Tribes concoct soulful sunny depths to their grubby grunge resulting in wild abandon and added Santa Chupitos cocktails, Getintothis’ Dru Ryder is swept away at East Village Arts Club.
After the grit and grunge of debut album Baby, Tribes are moving on to soundtrack of summery soul with album number two.
Yet, with the critics sharpening their knives on the day of their Liverpool gig – reviews of Wish to Scream were scathing to say the least as NME dished up a 4/10 while the Guardian spewed harsh words about meaningless lyrics and a lack of swagger from frontman Johnny Lloyd – we might have suspected a downbeat delivery from the London quartet.
However, with a weight of criticism on their shoulders, the boys known for their melodic rock and catchy chorus’ let rip. A mosh pit quickly formed within the first few notes of When My Day Comes, accompanied by a great wave of beer spillages.
12 Dirty Bullets at East Village
The Liverpool following were already rowdy and the band obliged, soaking up the atmosphere with fiercely attacked guitars and microphones sent flying as the huge sounds from their debut were crashed home with aplomb; the likes of Sappho sounding as big as ever.
Lloyd, for his part, doesn’t need enigmatic lyrics or moody glares to have presence, it’s effortlessly instilled in his raw, crackling voice that saturates his delivery. Shouting out to his mum in the audience, he dedicated a slower number Halfway Home to her, before gushing about his love of Liverpool, after recording Baby in The Motor Museum.
After a smattering of hits, Wish To Scream‘s tracks, recorded in the legendary Sound City Studios were given an airing – dripping in American-inspired blues, it’s in numbers like Dancehall were it’s evident the influence of their conception.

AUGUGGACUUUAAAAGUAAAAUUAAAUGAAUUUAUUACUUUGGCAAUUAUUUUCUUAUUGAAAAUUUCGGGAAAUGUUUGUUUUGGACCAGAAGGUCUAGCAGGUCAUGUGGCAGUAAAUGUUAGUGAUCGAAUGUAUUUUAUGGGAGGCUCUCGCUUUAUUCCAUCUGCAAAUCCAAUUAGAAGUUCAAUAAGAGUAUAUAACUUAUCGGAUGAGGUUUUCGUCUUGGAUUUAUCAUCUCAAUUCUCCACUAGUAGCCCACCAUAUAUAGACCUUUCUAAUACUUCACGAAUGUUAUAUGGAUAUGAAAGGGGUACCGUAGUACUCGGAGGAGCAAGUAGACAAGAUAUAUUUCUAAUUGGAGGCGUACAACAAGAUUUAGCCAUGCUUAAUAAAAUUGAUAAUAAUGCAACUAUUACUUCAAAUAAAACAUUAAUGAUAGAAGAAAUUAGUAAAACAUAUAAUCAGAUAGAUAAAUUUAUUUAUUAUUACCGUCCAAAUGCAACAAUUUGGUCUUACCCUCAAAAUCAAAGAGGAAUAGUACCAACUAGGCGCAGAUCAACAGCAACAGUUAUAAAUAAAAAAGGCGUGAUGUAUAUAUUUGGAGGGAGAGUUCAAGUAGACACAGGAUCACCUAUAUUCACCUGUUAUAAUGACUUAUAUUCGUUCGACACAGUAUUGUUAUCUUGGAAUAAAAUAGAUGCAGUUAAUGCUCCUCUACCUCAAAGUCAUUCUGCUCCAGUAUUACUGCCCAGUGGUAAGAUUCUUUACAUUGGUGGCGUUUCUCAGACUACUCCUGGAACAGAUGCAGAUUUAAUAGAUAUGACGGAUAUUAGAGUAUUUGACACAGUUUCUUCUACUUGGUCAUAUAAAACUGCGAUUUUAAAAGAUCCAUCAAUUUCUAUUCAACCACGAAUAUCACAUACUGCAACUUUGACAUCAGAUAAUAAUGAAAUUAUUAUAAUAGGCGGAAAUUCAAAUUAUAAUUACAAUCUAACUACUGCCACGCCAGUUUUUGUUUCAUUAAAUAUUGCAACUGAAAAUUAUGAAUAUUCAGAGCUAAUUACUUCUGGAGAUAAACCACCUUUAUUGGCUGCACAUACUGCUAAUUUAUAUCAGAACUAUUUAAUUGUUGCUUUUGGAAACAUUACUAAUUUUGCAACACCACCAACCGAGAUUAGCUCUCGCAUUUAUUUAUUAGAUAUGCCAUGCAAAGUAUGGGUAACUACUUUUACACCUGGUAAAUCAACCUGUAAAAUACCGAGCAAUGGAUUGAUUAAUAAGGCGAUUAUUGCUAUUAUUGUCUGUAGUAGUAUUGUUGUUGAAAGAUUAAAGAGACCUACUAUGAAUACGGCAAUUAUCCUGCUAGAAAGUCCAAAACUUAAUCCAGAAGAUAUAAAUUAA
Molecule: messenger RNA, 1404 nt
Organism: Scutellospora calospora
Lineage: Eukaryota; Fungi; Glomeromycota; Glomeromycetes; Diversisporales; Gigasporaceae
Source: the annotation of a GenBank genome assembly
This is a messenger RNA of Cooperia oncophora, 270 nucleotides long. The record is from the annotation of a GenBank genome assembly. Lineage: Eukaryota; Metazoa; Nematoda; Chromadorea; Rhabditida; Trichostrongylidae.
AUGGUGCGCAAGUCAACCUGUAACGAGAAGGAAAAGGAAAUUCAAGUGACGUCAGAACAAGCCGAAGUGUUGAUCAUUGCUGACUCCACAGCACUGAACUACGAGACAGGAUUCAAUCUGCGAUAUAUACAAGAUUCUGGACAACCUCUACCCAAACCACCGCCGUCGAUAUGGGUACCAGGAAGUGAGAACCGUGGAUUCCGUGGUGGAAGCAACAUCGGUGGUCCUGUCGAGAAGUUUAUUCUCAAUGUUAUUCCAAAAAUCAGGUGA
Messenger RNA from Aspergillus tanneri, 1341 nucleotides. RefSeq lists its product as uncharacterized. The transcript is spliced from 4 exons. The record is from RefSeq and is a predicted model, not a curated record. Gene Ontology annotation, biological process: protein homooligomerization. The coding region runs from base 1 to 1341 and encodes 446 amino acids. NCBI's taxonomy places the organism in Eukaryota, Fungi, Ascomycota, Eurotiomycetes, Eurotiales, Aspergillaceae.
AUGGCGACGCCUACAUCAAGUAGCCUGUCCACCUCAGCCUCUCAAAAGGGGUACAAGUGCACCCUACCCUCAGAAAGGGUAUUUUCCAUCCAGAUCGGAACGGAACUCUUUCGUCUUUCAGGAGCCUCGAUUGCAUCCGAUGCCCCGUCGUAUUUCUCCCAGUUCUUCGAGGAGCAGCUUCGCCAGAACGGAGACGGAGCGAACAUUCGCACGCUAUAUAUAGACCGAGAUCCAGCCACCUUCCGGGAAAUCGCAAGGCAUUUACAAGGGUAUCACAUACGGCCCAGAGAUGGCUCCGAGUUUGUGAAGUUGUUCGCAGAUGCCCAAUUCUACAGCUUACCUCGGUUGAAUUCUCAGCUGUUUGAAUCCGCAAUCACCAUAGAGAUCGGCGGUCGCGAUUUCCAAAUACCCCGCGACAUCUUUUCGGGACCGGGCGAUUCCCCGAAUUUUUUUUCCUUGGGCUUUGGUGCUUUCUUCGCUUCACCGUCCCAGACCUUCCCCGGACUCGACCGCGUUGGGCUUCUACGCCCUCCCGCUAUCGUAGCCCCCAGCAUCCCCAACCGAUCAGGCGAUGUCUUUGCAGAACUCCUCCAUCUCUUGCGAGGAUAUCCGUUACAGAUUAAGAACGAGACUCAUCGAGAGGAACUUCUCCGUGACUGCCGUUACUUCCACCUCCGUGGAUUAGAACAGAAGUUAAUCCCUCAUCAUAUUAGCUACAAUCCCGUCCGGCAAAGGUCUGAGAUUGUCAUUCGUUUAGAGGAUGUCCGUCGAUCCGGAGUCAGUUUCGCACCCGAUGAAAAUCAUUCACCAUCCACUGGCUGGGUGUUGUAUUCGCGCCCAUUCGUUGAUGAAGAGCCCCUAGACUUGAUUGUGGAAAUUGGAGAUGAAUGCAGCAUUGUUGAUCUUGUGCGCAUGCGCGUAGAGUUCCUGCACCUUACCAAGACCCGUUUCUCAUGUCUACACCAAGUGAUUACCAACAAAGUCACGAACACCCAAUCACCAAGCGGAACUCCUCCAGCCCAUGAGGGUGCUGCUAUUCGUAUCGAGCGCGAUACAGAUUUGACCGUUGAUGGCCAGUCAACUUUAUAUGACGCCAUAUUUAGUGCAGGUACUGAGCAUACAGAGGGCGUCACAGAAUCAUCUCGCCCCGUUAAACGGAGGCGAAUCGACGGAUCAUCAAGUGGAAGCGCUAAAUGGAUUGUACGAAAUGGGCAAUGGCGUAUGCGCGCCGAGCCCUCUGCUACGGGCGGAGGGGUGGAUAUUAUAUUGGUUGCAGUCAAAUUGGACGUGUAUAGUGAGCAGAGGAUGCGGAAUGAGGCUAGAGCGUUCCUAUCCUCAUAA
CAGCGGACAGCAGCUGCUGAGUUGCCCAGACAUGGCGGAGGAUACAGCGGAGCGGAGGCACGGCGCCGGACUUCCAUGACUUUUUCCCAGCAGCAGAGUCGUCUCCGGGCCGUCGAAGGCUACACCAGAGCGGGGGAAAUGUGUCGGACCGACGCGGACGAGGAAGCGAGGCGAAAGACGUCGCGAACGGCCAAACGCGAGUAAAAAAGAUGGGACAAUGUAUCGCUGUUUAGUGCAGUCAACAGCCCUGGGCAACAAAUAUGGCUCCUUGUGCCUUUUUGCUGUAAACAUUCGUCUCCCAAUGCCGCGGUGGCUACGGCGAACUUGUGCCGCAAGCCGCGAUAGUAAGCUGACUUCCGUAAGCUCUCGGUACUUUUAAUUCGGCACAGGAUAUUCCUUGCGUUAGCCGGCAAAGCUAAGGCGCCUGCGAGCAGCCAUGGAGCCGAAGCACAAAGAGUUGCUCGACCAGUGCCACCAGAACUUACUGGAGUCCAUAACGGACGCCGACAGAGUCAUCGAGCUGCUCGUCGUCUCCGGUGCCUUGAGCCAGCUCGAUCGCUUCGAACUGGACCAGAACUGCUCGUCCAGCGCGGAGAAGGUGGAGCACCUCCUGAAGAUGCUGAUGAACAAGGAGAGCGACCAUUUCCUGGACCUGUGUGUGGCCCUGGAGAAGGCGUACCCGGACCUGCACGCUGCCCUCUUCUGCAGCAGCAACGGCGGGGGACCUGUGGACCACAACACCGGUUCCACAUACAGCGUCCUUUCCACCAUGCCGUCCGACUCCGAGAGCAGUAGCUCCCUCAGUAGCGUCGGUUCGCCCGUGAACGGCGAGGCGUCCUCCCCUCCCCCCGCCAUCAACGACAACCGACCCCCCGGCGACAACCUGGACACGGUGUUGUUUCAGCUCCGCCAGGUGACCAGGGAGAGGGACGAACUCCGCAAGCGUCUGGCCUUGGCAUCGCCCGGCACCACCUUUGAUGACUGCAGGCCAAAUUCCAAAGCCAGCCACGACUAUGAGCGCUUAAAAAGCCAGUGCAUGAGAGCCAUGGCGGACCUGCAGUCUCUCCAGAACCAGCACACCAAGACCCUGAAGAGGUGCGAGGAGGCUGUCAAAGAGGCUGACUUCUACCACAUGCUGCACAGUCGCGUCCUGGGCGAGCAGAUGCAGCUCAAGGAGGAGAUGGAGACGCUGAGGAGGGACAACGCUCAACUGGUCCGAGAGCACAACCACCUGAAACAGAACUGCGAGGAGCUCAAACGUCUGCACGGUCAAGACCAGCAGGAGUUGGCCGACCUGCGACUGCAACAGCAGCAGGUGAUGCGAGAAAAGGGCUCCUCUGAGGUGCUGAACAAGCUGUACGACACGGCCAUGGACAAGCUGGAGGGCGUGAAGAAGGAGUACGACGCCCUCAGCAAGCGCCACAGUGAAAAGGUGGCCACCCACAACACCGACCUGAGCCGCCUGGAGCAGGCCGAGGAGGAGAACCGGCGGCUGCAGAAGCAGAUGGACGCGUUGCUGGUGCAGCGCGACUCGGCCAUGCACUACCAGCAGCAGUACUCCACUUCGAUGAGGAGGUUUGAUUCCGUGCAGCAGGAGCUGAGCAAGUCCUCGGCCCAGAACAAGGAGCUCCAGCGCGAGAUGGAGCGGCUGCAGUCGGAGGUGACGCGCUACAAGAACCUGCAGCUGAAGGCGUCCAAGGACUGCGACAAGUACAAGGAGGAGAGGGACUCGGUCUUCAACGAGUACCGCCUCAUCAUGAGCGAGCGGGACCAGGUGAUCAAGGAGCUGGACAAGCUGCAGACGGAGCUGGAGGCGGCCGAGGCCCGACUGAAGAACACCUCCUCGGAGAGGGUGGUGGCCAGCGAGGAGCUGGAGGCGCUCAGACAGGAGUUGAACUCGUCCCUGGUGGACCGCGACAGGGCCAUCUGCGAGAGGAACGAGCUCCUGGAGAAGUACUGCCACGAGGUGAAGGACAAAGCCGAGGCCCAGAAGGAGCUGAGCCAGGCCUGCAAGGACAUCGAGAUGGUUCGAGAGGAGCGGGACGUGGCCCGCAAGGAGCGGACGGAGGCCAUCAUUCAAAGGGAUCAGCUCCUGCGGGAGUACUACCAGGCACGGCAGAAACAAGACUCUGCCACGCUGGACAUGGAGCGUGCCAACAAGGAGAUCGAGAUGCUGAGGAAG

Life In Film supporting Tribes in Liverpool
No matter how soulful or how many influences are brought to the table, Tribes retain their anthemic ‘loud and proud’ choruses that made Baby a success.
With a sold out back room in the East Village Arts Club, the band have attracted a fierce following who jumped at the chance to get their hands on tickets for the free gig.
Standing outside after the gig, happy to share in the occasion with fans – who were invited to join them for drinks at Santa Chupitos – it’s easy to see why the boys have attained their level of success; their rock n roll image is oddly paired with their patience and interest in the people who come to see them.
Tribes may not have opted for the same easy route as Baby for their second album but why should they? Touring America has obviously rubbed off on them and translated into an album which is coherent and makes sense.
Far from eradicating their scuzzy beginnings they’ve merely added some sunny resonance to the party resulting in a night of serial crowd surfers, awash with the chaos and abandon.
Tribes’ Johnny Lloyd in relaxed mood in Liverpool
Tribes induce party scenes in Liverpool
Pictures by Getintothis’ Gaz Jones
Further reading on Getintothis
Tribes, Fly With Vampires: The Shipping Forecast, Liverpool
Liverpool Music Week present: Tribes, All Mankind, The City Walls: Mojo, Liverpool.